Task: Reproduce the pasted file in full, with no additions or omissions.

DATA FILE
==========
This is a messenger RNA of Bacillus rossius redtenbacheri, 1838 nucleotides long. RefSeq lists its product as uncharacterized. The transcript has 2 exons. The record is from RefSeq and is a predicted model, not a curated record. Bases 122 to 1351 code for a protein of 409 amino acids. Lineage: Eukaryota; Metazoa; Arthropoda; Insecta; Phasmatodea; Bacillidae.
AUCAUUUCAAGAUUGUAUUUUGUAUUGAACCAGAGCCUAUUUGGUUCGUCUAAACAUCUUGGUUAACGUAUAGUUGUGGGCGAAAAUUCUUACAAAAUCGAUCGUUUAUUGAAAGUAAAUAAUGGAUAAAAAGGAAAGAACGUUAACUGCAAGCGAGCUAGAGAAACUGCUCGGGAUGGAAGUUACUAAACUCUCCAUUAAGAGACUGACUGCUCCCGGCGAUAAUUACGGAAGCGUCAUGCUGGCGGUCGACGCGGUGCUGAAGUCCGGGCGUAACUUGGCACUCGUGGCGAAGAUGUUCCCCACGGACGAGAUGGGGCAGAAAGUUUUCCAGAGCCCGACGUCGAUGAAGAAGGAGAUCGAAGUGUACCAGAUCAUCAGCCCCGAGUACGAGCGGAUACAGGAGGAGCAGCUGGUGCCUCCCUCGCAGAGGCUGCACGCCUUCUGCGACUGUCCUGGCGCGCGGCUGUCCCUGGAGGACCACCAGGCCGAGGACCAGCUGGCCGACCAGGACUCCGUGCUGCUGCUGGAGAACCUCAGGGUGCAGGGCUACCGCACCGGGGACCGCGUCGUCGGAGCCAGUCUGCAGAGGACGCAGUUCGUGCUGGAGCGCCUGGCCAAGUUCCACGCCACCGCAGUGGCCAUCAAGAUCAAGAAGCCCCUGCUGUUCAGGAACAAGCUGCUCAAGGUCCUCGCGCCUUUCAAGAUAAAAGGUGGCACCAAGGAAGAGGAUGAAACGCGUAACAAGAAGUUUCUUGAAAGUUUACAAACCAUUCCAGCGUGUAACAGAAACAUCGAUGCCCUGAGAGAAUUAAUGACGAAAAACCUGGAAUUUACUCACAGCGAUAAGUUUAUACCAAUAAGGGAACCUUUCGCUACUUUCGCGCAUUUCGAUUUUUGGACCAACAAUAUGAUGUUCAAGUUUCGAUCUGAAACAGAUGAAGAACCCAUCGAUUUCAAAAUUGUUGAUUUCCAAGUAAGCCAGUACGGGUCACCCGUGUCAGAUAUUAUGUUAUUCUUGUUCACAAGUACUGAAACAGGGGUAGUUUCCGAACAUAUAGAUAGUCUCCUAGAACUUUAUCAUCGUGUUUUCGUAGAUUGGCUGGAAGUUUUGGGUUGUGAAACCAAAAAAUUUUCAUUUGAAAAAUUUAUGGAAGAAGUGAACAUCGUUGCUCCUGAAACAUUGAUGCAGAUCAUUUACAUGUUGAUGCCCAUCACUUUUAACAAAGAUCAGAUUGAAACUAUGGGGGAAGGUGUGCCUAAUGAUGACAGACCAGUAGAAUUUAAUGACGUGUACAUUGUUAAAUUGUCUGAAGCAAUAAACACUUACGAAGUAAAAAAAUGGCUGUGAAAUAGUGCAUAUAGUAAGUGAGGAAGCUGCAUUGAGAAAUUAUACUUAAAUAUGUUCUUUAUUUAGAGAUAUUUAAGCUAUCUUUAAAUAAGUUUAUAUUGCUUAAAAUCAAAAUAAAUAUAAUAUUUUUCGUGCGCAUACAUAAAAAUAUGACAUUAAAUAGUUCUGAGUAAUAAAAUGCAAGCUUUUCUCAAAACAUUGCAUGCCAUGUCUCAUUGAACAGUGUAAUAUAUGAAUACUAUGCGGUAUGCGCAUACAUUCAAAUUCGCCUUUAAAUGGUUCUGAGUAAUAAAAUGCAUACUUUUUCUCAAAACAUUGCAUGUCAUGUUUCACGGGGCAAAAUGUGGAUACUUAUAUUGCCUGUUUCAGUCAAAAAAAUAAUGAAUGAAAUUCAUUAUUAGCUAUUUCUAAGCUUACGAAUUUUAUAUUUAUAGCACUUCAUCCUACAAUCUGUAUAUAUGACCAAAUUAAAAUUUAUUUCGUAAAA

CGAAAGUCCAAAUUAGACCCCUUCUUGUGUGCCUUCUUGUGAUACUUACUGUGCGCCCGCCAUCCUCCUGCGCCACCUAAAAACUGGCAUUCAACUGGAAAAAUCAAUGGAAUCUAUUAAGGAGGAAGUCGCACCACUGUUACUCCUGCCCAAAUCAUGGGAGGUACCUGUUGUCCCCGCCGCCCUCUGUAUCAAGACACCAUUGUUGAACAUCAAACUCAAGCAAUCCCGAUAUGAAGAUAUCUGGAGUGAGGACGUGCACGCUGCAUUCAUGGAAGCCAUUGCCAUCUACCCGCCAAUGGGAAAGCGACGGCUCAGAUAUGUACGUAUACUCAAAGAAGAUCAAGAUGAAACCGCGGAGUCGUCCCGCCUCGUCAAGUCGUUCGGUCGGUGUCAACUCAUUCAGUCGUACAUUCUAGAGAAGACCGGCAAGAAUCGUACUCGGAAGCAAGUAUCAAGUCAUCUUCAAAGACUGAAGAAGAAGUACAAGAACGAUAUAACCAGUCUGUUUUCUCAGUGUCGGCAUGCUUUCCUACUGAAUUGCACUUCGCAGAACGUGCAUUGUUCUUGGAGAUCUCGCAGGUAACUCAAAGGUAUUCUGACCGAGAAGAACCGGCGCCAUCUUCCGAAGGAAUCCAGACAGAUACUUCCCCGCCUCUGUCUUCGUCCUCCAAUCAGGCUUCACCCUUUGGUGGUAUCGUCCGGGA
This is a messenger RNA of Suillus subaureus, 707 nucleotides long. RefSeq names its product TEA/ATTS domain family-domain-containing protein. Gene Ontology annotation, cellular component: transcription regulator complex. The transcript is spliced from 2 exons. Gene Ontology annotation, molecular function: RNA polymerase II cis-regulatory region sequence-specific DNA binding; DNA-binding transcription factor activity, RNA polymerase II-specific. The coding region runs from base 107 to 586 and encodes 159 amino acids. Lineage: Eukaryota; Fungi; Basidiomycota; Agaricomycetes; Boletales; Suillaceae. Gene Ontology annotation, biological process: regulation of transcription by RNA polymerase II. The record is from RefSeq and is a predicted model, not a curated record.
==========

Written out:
This is a messenger RNA of Bacillus rossius redtenbacheri, 1838 nucleotides long. RefSeq lists its product as uncharacterized. The transcript has 2 exons. The record is from RefSeq and is a predicted model, not a curated record. Bases 122 to 1351 code for a protein of 409 amino acids. Lineage: Eukaryota; Metazoa; Arthropoda; Insecta; Phasmatodea; Bacillidae.
AUCAUUUCAAGAUUGUAUUUUGUAUUGAACCAGAGCCUAUUUGGUUCGUCUAAACAUCUUGGUUAACGUAUAGUUGUGGGCGAAAAUUCUUACAAAAUCGAUCGUUUAUUGAAAGUAAAUAAUGGAUAAAAAGGAAAGAACGUUAACUGCAAGCGAGCUAGAGAAACUGCUCGGGAUGGAAGUUACUAAACUCUCCAUUAAGAGACUGACUGCUCCCGGCGAUAAUUACGGAAGCGUCAUGCUGGCGGUCGACGCGGUGCUGAAGUCCGGGCGUAACUUGGCACUCGUGGCGAAGAUGUUCCCCACGGACGAGAUGGGGCAGAAAGUUUUCCAGAGCCCGACGUCGAUGAAGAAGGAGAUCGAAGUGUACCAGAUCAUCAGCCCCGAGUACGAGCGGAUACAGGAGGAGCAGCUGGUGCCUCCCUCGCAGAGGCUGCACGCCUUCUGCGACUGUCCUGGCGCGCGGCUGUCCCUGGAGGACCACCAGGCCGAGGACCAGCUGGCCGACCAGGACUCCGUGCUGCUGCUGGAGAACCUCAGGGUGCAGGGCUACCGCACCGGGGACCGCGUCGUCGGAGCCAGUCUGCAGAGGACGCAGUUCGUGCUGGAGCGCCUGGCCAAGUUCCACGCCACCGCAGUGGCCAUCAAGAUCAAGAAGCCCCUGCUGUUCAGGAACAAGCUGCUCAAGGUCCUCGCGCCUUUCAAGAUAAAAGGUGGCACCAAGGAAGAGGAUGAAACGCGUAACAAGAAGUUUCUUGAAAGUUUACAAACCAUUCCAGCGUGUAACAGAAACAUCGAUGCCCUGAGAGAAUUAAUGACGAAAAACCUGGAAUUUACUCACAGCGAUAAGUUUAUACCAAUAAGGGAACCUUUCGCUACUUUCGCGCAUUUCGAUUUUUGGACCAACAAUAUGAUGUUCAAGUUUCGAUCUGAAACAGAUGAAGAACCCAUCGAUUUCAAAAUUGUUGAUUUCCAAGUAAGCCAGUACGGGUCACCCGUGUCAGAUAUUAUGUUAUUCUUGUUCACAAGUACUGAAACAGGGGUAGUUUCCGAACAUAUAGAUAGUCUCCUAGAACUUUAUCAUCGUGUUUUCGUAGAUUGGCUGGAAGUUUUGGGUUGUGAAACCAAAAAAUUUUCAUUUGAAAAAUUUAUGGAAGAAGUGAACAUCGUUGCUCCUGAAACAUUGAUGCAGAUCAUUUACAUGUUGAUGCCCAUCACUUUUAACAAAGAUCAGAUUGAAACUAUGGGGGAAGGUGUGCCUAAUGAUGACAGACCAGUAGAAUUUAAUGACGUGUACAUUGUUAAAUUGUCUGAAGCAAUAAACACUUACGAAGUAAAAAAAUGGCUGUGAAAUAGUGCAUAUAGUAAGUGAGGAAGCUGCAUUGAGAAAUUAUACUUAAAUAUGUUCUUUAUUUAGAGAUAUUUAAGCUAUCUUUAAAUAAGUUUAUAUUGCUUAAAAUCAAAAUAAAUAUAAUAUUUUUCGUGCGCAUACAUAAAAAUAUGACAUUAAAUAGUUCUGAGUAAUAAAAUGCAAGCUUUUCUCAAAACAUUGCAUGCCAUGUCUCAUUGAACAGUGUAAUAUAUGAAUACUAUGCGGUAUGCGCAUACAUUCAAAUUCGCCUUUAAAUGGUUCUGAGUAAUAAAAUGCAUACUUUUUCUCAAAACAUUGCAUGUCAUGUUUCACGGGGCAAAAUGUGGAUACUUAUAUUGCCUGUUUCAGUCAAAAAAAUAAUGAAUGAAAUUCAUUAUUAGCUAUUUCUAAGCUUACGAAUUUUAUAUUUAUAGCACUUCAUCCUACAAUCUGUAUAUAUGACCAAAUUAAAAUUUAUUUCGUAAAA

CGAAAGUCCAAAUUAGACCCCUUCUUGUGUGCCUUCUUGUGAUACUUACUGUGCGCCCGCCAUCCUCCUGCGCCACCUAAAAACUGGCAUUCAACUGGAAAAAUCAAUGGAAUCUAUUAAGGAGGAAGUCGCACCACUGUUACUCCUGCCCAAAUCAUGGGAGGUACCUGUUGUCCCCGCCGCCCUCUGUAUCAAGACACCAUUGUUGAACAUCAAACUCAAGCAAUCCCGAUAUGAAGAUAUCUGGAGUGAGGACGUGCACGCUGCAUUCAUGGAAGCCAUUGCCAUCUACCCGCCAAUGGGAAAGCGACGGCUCAGAUAUGUACGUAUACUCAAAGAAGAUCAAGAUGAAACCGCGGAGUCGUCCCGCCUCGUCAAGUCGUUCGGUCGGUGUCAACUCAUUCAGUCGUACAUUCUAGAGAAGACCGGCAAGAAUCGUACUCGGAAGCAAGUAUCAAGUCAUCUUCAAAGACUGAAGAAGAAGUACAAGAACGAUAUAACCAGUCUGUUUUCUCAGUGUCGGCAUGCUUUCCUACUGAAUUGCACUUCGCAGAACGUGCAUUGUUCUUGGAGAUCUCGCAGGUAACUCAAAGGUAUUCUGACCGAGAAGAACCGGCGCCAUCUUCCGAAGGAAUCCAGACAGAUACUUCCCCGCCUCUGUCUUCGUCCUCCAAUCAGGCUUCACCCUUUGGUGGUAUCGUCCGGGA
This is a messenger RNA of Suillus subaureus, 707 nucleotides long. RefSeq names its product TEA/ATTS domain family-domain-containing protein. Gene Ontology annotation, cellular component: transcription regulator complex. The transcript is spliced from 2 exons. Gene Ontology annotation, molecular function: RNA polymerase II cis-regulatory region sequence-specific DNA binding; DNA-binding transcription factor activity, RNA polymerase II-specific. The coding region runs from base 107 to 586 and encodes 159 amino acids. Lineage: Eukaryota; Fungi; Basidiomycota; Agaricomycetes; Boletales; Suillaceae. Gene Ontology annotation, biological process: regulation of transcription by RNA polymerase II. The record is from RefSeq and is a predicted model, not a curated record.